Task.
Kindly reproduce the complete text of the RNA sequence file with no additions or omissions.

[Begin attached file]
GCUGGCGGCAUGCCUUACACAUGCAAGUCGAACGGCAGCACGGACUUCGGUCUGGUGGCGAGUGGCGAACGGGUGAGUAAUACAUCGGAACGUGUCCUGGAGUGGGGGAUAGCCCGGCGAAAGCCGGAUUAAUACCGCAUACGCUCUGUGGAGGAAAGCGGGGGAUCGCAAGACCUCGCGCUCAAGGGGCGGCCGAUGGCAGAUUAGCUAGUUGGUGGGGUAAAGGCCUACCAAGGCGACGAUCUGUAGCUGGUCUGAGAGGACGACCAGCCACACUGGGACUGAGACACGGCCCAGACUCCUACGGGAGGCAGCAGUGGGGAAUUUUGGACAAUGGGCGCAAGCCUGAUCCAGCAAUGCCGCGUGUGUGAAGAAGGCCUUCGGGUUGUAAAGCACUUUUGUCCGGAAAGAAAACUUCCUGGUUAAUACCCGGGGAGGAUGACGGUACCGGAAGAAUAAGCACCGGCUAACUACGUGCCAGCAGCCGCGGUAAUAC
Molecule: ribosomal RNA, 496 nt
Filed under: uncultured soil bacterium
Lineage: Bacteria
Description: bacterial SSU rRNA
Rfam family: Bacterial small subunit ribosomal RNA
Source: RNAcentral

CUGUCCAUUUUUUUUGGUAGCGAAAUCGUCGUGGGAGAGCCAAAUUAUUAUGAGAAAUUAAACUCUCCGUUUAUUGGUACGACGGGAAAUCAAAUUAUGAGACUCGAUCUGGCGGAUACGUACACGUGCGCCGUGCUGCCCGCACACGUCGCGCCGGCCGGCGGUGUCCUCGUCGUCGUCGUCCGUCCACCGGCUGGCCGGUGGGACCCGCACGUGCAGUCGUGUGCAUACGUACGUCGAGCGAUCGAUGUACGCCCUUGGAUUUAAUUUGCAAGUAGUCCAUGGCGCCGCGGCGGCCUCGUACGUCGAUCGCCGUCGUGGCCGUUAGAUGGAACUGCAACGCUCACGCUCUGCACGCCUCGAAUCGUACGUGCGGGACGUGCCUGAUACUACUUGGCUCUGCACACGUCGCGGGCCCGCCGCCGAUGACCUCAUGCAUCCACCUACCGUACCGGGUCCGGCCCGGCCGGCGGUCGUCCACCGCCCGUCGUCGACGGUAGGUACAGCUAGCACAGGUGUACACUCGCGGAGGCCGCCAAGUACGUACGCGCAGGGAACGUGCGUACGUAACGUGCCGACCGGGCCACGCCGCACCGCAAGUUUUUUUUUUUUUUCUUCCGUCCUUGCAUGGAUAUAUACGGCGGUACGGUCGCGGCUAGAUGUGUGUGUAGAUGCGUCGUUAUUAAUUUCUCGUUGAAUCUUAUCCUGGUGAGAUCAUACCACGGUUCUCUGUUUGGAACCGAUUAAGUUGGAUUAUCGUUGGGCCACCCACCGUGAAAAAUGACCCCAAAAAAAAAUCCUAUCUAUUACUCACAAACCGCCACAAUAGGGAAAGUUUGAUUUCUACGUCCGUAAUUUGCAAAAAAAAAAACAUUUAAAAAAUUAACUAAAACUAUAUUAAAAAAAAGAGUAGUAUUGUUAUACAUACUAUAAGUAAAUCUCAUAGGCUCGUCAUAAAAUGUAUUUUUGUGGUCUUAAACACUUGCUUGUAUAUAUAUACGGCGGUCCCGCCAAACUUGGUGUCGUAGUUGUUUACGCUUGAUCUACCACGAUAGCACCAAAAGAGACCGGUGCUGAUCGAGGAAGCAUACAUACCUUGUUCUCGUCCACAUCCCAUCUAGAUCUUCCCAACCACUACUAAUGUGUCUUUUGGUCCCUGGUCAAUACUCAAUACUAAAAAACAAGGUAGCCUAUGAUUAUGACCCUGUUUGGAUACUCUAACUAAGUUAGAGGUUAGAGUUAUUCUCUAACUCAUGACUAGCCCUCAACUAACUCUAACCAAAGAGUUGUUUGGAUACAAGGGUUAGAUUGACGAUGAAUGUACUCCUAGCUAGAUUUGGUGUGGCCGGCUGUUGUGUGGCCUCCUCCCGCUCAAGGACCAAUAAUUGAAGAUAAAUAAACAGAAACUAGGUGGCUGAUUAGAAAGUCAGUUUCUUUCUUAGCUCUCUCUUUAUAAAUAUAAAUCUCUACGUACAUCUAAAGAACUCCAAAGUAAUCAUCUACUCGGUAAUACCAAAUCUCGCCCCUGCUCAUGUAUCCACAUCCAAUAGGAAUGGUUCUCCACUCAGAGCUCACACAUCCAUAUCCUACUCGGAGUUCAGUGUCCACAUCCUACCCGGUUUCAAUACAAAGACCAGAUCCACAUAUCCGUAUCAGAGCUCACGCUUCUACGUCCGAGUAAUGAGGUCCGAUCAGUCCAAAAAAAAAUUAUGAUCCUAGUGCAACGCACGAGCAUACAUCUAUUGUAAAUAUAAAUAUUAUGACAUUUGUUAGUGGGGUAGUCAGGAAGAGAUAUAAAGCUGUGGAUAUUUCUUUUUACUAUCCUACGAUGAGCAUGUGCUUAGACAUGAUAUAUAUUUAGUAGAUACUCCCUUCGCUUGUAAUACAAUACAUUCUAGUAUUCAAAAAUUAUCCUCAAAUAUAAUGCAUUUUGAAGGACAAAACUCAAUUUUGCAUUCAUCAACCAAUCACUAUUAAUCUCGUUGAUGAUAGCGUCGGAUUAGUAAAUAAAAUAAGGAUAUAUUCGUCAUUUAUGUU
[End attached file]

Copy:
GCUGGCGGCAUGCCUUACACAUGCAAGUCGAACGGCAGCACGGACUUCGGUCUGGUGGCGAGUGGCGAACGGGUGAGUAAUACAUCGGAACGUGUCCUGGAGUGGGGGAUAGCCCGGCGAAAGCCGGAUUAAUACCGCAUACGCUCUGUGGAGGAAAGCGGGGGAUCGCAAGACCUCGCGCUCAAGGGGCGGCCGAUGGCAGAUUAGCUAGUUGGUGGGGUAAAGGCCUACCAAGGCGACGAUCUGUAGCUGGUCUGAGAGGACGACCAGCCACACUGGGACUGAGACACGGCCCAGACUCCUACGGGAGGCAGCAGUGGGGAAUUUUGGACAAUGGGCGCAAGCCUGAUCCAGCAAUGCCGCGUGUGUGAAGAAGGCCUUCGGGUUGUAAAGCACUUUUGUCCGGAAAGAAAACUUCCUGGUUAAUACCCGGGGAGGAUGACGGUACCGGAAGAAUAAGCACCGGCUAACUACGUGCCAGCAGCCGCGGUAAUAC
Molecule: ribosomal RNA, 496 nt
Filed under: uncultured soil bacterium
Lineage: Bacteria
Description: bacterial SSU rRNA
Rfam family: Bacterial small subunit ribosomal RNA
Source: RNAcentral

CUGUCCAUUUUUUUUGGUAGCGAAAUCGUCGUGGGAGAGCCAAAUUAUUAUGAGAAAUUAAACUCUCCGUUUAUUGGUACGACGGGAAAUCAAAUUAUGAGACUCGAUCUGGCGGAUACGUACACGUGCGCCGUGCUGCCCGCACACGUCGCGCCGGCCGGCGGUGUCCUCGUCGUCGUCGUCCGUCCACCGGCUGGCCGGUGGGACCCGCACGUGCAGUCGUGUGCAUACGUACGUCGAGCGAUCGAUGUACGCCCUUGGAUUUAAUUUGCAAGUAGUCCAUGGCGCCGCGGCGGCCUCGUACGUCGAUCGCCGUCGUGGCCGUUAGAUGGAACUGCAACGCUCACGCUCUGCACGCCUCGAAUCGUACGUGCGGGACGUGCCUGAUACUACUUGGCUCUGCACACGUCGCGGGCCCGCCGCCGAUGACCUCAUGCAUCCACCUACCGUACCGGGUCCGGCCCGGCCGGCGGUCGUCCACCGCCCGUCGUCGACGGUAGGUACAGCUAGCACAGGUGUACACUCGCGGAGGCCGCCAAGUACGUACGCGCAGGGAACGUGCGUACGUAACGUGCCGACCGGGCCACGCCGCACCGCAAGUUUUUUUUUUUUUUCUUCCGUCCUUGCAUGGAUAUAUACGGCGGUACGGUCGCGGCUAGAUGUGUGUGUAGAUGCGUCGUUAUUAAUUUCUCGUUGAAUCUUAUCCUGGUGAGAUCAUACCACGGUUCUCUGUUUGGAACCGAUUAAGUUGGAUUAUCGUUGGGCCACCCACCGUGAAAAAUGACCCCAAAAAAAAAUCCUAUCUAUUACUCACAAACCGCCACAAUAGGGAAAGUUUGAUUUCUACGUCCGUAAUUUGCAAAAAAAAAAACAUUUAAAAAAUUAACUAAAACUAUAUUAAAAAAAAGAGUAGUAUUGUUAUACAUACUAUAAGUAAAUCUCAUAGGCUCGUCAUAAAAUGUAUUUUUGUGGUCUUAAACACUUGCUUGUAUAUAUAUACGGCGGUCCCGCCAAACUUGGUGUCGUAGUUGUUUACGCUUGAUCUACCACGAUAGCACCAAAAGAGACCGGUGCUGAUCGAGGAAGCAUACAUACCUUGUUCUCGUCCACAUCCCAUCUAGAUCUUCCCAACCACUACUAAUGUGUCUUUUGGUCCCUGGUCAAUACUCAAUACUAAAAAACAAGGUAGCCUAUGAUUAUGACCCUGUUUGGAUACUCUAACUAAGUUAGAGGUUAGAGUUAUUCUCUAACUCAUGACUAGCCCUCAACUAACUCUAACCAAAGAGUUGUUUGGAUACAAGGGUUAGAUUGACGAUGAAUGUACUCCUAGCUAGAUUUGGUGUGGCCGGCUGUUGUGUGGCCUCCUCCCGCUCAAGGACCAAUAAUUGAAGAUAAAUAAACAGAAACUAGGUGGCUGAUUAGAAAGUCAGUUUCUUUCUUAGCUCUCUCUUUAUAAAUAUAAAUCUCUACGUACAUCUAAAGAACUCCAAAGUAAUCAUCUACUCGGUAAUACCAAAUCUCGCCCCUGCUCAUGUAUCCACAUCCAAUAGGAAUGGUUCUCCACUCAGAGCUCACACAUCCAUAUCCUACUCGGAGUUCAGUGUCCACAUCCUACCCGGUUUCAAUACAAAGACCAGAUCCACAUAUCCGUAUCAGAGCUCACGCUUCUACGUCCGAGUAAUGAGGUCCGAUCAGUCCAAAAAAAAAUUAUGAUCCUAGUGCAACGCACGAGCAUACAUCUAUUGUAAAUAUAAAUAUUAUGACAUUUGUUAGUGGGGUAGUCAGGAAGAGAUAUAAAGCUGUGGAUAUUUCUUUUUACUAUCCUACGAUGAGCAUGUGCUUAGACAUGAUAUAUAUUUAGUAGAUACUCCCUUCGCUUGUAAUACAAUACAUUCUAGUAUUCAAAAAUUAUCCUCAAAUAUAAUGCAUUUUGAAGGACAAAACUCAAUUUUGCAUUCAUCAACCAAUCACUAUUAAUCUCGUUGAUGAUAGCGUCGGAUUAGUAAAUAAAAUAAGGAUAUAUUCGUCAUUUAUGUU